Lonzo Ball showed early on in the 2021-22 season why the Chicago Bulls made it a priority to acquire him last offseason after failing to get him ahead of the 2021 trade deadline. The Bulls were even docked a future second-round pick after a tampering investigation, which came about after Ball’s sign-and-trade was reported immediately as free agency opened.
Ball’s playmaking (especially in transition), 3-point shooting (42.3%) and defense all played a key role in Chicago’s rise to become one of the most fun stories of the first half of the season. As one of the few legitimate two-way players on the roster, and perhaps the only one, Ball was the glue who kept the Bulls together on both ends. While he’s not an All-Star-level player, he’s important connective tissue any good team needs.
So, it shouldn’t have been a huge surprise that the Bulls fell off in a big way in the latter half of the season with Ball sidelined due to a nagging knee problem. In addition to needing surgery to repair a torn meniscus, Ball also had a painful bone bruise.
And, unfortunately, that bone bruise is apparently still a problem.
Chicago was hoping Ball would be able to return at the tail end of the regular season so he could participate in the playoffs. But every time he tried to ramp things up for a return, discomfort remained in the knee because of that bone bruise. The Bulls even tried shutting him down for a brief period and then ramping him up again, but to no avail. They ultimately ruled him out for the rest of the season, so he missed the five-game series loss to the Milwaukee Bucks in the first round.
Ball addressed his knee injury at his exit interview about a month ago and said he was still dealing with knee pain. He even acknowledged another surgery was still possible. Then came a recent report from David Kaplan on ESPN 1000 claiming the knee still isn’t getting better and the organization has concerns.
Lonzo’s dad, LaVar Ball, tried to put those concerns to rest during an interview with Kaplan last week, saying the point guard won’t need another surgery and that he will be ready for the start of the 2022-23 season. While this is good to hear, it’s only fair to continue to worry until the Bulls put forth an official optimistic update on the matter.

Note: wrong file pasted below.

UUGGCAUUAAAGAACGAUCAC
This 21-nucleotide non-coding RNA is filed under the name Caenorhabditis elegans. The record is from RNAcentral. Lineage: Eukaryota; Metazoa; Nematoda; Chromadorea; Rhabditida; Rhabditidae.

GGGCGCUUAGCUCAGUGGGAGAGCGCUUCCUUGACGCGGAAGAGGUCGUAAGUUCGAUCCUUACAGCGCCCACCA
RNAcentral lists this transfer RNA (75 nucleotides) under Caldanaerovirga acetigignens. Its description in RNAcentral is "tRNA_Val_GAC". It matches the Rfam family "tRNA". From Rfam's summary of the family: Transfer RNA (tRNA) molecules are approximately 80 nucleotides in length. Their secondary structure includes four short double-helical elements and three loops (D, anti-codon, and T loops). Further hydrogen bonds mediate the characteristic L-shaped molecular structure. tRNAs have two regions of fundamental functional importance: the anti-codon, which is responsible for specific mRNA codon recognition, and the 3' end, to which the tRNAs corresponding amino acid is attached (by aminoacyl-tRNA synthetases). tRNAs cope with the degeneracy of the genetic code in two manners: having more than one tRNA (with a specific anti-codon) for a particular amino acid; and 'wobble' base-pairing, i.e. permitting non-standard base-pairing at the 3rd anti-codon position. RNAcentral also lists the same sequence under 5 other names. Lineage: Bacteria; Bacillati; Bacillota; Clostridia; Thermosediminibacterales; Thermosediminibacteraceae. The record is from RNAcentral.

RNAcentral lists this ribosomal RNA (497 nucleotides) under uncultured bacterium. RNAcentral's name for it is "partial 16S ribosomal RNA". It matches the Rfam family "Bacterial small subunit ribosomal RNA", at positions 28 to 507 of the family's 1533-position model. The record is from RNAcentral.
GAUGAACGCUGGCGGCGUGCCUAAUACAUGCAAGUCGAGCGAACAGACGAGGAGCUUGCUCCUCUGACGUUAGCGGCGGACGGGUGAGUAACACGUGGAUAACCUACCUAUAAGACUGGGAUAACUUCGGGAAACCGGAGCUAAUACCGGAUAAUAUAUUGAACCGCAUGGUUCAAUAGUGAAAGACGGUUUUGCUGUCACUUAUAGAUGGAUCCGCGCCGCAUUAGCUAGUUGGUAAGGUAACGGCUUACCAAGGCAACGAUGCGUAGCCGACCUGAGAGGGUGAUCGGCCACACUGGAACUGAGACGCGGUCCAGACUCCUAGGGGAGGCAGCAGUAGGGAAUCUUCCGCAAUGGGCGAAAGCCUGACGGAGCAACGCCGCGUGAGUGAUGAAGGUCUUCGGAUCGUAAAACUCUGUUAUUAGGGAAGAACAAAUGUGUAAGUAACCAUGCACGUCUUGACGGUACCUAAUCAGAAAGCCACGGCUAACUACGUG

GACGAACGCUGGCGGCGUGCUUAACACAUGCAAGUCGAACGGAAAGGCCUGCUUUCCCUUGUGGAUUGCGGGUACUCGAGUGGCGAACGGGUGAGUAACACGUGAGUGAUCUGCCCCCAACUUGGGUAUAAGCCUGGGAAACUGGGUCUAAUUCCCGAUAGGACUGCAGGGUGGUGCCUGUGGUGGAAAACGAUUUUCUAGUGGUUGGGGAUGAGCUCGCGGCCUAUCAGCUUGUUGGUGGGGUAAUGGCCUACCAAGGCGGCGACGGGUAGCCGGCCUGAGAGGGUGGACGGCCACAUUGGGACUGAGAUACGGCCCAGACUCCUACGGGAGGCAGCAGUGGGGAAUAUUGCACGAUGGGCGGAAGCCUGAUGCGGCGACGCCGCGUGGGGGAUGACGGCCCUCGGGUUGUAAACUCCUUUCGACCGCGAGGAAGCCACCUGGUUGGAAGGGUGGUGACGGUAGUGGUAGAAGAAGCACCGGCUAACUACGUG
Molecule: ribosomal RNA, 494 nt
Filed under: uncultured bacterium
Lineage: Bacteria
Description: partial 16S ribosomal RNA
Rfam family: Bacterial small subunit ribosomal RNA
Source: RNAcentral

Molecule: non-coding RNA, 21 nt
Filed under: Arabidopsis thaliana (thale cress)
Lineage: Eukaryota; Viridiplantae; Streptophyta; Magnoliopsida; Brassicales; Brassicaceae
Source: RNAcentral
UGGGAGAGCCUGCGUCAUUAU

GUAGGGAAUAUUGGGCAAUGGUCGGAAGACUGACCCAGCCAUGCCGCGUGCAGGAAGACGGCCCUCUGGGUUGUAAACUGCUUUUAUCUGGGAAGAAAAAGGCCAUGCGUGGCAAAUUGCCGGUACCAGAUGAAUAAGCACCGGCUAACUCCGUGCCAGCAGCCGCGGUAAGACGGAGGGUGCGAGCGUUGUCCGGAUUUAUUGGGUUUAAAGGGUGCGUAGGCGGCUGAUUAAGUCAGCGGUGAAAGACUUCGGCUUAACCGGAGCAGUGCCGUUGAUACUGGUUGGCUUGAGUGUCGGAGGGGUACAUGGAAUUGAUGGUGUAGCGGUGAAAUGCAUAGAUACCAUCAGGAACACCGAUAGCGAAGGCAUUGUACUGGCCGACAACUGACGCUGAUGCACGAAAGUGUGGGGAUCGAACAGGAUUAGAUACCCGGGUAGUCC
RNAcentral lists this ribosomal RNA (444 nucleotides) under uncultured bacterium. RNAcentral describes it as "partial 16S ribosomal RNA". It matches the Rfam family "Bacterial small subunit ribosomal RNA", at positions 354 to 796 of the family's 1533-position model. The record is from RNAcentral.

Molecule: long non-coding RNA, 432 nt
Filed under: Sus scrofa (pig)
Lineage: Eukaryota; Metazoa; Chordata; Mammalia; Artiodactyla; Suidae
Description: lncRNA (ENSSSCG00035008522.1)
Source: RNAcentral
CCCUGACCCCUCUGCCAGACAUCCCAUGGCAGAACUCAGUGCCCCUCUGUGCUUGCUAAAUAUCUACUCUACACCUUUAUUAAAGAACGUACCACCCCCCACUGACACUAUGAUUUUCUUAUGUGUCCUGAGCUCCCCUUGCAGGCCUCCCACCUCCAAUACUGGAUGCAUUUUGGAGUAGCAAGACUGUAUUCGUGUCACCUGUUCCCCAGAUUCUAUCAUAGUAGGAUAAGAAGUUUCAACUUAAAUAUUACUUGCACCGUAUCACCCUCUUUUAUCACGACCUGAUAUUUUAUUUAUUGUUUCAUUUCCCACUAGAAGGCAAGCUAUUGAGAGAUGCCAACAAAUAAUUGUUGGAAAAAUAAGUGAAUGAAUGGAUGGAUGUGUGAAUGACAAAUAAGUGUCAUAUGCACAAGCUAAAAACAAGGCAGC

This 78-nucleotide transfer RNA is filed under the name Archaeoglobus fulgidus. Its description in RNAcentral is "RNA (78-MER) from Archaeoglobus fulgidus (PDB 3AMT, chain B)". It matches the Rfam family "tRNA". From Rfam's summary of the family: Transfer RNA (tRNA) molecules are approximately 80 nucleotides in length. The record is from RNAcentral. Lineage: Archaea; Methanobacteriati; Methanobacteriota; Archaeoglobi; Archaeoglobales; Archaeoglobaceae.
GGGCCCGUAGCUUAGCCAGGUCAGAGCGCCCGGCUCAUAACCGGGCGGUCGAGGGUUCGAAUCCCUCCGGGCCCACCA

Even then, Ball’s lengthy injury history is something to sweat about. He underwent meniscus surgery on the same knee back in 2018 and has never played more than 63 games in a season. While some of that is because of shortened NBA seasons in 2019-20 and 2020-21, he has consistently missed time in his career.
Chicago obviously knew this when targeting Ball to be the point guard of the future, ultimately giving him a four-year, $80 million deal as part of the sign-and-trade with the New Orleans Pelicans. Ball’s impact when on the court shows that was a worthwhile gamble.
But it’s going to be something to watch moving forward, especially as Ball continues to deal with this nagging knee problem. This could have an impact on how the Bulls approach roster-building this offseason, along with Zach LaVine’s free agency. While they have players like Alex Caruso, Ayo Dosunmu and Coby White who can play point guard, Chicago might look for a veteran option as a backup plan given Ball’s injury woes.
Ultimately, the Bulls made a major investment in Lonzo Ball last summer and need him to come through in order for them to reach their ceiling in the coming years, assuming he’s not traded. His versatile skill set means so much to the roster, so that knee needs to heal up and be ready for 2022-23.